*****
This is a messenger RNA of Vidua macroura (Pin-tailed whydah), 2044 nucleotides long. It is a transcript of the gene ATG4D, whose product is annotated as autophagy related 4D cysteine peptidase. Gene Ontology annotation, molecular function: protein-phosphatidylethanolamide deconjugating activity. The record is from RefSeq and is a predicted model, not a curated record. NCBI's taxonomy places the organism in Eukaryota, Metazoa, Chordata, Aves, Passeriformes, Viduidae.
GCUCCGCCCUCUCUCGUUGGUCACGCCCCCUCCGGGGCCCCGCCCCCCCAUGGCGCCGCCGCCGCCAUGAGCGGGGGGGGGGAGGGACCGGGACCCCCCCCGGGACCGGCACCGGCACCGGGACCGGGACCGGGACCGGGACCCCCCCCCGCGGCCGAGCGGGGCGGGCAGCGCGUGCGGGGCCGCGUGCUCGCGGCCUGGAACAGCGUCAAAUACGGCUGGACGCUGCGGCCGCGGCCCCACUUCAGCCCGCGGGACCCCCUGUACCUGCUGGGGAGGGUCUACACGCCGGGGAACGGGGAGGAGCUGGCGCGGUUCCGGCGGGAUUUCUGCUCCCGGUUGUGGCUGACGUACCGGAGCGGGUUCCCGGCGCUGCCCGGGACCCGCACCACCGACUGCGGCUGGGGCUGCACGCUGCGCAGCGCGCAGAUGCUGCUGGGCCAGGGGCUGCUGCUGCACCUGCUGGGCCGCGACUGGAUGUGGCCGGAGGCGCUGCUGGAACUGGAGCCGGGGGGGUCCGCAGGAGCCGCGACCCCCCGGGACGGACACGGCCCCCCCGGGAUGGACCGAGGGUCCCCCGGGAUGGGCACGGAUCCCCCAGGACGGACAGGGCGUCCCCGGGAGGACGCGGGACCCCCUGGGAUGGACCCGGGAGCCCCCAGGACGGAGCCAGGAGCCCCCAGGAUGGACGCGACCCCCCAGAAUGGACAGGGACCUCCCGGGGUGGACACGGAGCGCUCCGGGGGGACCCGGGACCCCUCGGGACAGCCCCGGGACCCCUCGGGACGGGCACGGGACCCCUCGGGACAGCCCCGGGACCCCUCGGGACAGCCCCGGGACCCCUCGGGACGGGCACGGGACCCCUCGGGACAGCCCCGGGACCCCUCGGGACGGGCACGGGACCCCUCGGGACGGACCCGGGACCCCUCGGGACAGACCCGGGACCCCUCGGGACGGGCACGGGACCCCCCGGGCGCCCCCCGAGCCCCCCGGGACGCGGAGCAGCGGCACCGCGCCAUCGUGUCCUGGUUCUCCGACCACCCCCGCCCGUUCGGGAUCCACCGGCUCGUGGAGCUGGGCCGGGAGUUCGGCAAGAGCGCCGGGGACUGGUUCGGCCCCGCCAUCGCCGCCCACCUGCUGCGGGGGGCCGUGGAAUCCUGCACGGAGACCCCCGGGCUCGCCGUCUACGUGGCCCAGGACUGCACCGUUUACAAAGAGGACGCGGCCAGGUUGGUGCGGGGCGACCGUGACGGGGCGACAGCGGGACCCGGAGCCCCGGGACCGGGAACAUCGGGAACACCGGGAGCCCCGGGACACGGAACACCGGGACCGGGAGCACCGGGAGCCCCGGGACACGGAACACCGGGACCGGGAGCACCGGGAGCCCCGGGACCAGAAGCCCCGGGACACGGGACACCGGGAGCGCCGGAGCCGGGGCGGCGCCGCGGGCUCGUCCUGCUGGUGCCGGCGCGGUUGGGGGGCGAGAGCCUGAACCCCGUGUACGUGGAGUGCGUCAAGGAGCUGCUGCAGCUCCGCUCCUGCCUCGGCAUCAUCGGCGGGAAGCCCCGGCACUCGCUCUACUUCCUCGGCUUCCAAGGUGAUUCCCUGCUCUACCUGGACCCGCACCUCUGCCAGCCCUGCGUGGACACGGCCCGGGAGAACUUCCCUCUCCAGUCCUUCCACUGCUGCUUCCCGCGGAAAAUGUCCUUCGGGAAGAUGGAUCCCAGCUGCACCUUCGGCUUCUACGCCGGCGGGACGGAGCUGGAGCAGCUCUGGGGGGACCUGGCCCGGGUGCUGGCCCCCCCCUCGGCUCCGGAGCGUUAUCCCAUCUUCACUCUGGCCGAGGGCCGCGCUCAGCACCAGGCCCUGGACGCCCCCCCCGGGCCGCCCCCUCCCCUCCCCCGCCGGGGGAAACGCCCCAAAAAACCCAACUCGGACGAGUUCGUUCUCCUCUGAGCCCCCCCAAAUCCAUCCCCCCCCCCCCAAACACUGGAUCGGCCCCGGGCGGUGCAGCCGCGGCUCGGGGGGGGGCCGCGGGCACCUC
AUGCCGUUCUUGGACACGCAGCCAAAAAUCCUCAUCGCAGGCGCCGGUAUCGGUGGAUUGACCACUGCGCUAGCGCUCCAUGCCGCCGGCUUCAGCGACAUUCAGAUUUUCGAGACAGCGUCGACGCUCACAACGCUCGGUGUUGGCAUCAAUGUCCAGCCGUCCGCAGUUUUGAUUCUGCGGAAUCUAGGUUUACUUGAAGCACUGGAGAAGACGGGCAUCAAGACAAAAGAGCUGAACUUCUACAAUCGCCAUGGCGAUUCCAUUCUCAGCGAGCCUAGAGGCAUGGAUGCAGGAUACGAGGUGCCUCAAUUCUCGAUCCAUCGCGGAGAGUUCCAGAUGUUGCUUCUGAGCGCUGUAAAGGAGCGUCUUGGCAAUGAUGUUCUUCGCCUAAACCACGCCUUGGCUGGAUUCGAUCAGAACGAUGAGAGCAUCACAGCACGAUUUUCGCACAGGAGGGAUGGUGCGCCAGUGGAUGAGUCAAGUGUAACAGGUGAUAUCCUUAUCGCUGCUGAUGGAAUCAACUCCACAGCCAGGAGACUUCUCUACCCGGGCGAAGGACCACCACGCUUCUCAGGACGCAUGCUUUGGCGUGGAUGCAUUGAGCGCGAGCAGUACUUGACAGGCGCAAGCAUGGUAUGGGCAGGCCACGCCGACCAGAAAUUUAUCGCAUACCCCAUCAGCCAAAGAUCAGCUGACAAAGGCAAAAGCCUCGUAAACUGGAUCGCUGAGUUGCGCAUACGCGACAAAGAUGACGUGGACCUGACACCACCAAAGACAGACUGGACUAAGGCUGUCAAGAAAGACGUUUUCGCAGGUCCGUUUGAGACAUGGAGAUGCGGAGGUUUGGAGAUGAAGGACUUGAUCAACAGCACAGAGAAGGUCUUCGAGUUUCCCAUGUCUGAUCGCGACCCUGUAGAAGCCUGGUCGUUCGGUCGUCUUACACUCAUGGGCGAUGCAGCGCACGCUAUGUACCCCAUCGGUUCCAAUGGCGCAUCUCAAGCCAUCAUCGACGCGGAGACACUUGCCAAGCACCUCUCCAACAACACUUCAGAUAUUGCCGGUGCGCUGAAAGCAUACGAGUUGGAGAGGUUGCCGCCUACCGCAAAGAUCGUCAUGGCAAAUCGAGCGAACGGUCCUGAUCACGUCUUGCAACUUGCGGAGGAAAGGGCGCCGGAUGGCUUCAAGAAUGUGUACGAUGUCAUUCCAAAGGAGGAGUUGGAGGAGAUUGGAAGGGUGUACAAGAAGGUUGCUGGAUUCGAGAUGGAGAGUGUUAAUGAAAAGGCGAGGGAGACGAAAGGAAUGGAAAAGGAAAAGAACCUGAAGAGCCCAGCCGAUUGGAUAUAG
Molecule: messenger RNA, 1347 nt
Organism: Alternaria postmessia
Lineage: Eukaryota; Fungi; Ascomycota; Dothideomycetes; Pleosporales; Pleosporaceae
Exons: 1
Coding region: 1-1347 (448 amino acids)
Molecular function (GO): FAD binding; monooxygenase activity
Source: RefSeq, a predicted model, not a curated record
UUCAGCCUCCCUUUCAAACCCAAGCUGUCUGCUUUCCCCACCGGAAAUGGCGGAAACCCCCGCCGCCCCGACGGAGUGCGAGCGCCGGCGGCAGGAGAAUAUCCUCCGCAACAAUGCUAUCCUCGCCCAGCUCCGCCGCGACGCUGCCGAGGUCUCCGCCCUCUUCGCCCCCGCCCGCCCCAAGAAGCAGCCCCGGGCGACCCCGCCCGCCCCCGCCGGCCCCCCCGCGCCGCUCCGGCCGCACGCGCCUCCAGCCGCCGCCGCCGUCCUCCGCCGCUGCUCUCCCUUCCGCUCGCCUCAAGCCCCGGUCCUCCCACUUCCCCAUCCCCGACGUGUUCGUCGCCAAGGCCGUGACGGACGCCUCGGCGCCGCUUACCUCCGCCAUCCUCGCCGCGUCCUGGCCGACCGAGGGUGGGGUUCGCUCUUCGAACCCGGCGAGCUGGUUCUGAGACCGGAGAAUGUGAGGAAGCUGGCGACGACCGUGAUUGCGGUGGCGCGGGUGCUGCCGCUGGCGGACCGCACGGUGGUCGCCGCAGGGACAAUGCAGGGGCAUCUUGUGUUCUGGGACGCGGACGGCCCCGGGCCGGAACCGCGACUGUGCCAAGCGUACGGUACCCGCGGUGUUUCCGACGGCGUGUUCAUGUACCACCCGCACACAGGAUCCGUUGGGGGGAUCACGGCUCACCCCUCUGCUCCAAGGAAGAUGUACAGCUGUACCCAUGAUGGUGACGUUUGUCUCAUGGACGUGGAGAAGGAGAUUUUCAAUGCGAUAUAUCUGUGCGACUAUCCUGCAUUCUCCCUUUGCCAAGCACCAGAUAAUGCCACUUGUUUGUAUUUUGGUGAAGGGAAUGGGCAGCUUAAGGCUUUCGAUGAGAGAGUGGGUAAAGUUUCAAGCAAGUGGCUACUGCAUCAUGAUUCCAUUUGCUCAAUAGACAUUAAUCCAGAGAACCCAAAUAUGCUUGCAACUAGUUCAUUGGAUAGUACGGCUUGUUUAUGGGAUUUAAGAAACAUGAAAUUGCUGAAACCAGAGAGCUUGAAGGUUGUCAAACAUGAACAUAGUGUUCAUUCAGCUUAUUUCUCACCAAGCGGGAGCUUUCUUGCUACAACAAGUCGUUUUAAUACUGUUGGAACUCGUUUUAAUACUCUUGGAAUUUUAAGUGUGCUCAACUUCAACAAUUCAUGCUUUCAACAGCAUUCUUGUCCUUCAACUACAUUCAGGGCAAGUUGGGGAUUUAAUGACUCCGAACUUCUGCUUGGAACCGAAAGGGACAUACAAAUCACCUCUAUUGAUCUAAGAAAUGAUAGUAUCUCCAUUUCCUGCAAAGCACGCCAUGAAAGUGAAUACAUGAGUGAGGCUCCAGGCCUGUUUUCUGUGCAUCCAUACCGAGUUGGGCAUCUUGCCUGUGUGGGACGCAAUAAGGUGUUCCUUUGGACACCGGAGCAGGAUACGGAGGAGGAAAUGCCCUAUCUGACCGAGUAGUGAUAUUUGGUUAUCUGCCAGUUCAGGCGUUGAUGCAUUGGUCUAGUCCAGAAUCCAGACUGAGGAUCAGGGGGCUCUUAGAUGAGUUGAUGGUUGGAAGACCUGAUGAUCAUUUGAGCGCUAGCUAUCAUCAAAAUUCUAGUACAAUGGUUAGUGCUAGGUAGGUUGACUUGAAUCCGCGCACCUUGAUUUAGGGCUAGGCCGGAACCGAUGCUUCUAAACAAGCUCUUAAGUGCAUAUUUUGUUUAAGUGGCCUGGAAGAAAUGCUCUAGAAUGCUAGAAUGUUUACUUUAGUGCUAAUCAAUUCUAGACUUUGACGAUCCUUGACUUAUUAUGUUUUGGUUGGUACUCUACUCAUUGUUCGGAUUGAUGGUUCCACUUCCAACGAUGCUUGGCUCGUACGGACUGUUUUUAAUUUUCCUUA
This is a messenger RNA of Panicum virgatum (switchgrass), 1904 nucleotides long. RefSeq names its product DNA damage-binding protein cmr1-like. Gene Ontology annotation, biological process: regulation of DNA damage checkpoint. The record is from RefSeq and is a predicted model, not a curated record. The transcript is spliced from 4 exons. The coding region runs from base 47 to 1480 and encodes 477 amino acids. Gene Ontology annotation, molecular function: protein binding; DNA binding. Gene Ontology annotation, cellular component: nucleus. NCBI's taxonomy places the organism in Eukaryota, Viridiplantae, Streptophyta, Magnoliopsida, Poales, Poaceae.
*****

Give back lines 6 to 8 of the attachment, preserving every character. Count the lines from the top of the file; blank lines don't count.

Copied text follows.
Lineage: Eukaryota; Fungi; Ascomycota; Dothideomycetes; Pleosporales; Pleosporaceae
Exons: 1
Coding region: 1-1347 (448 amino acids)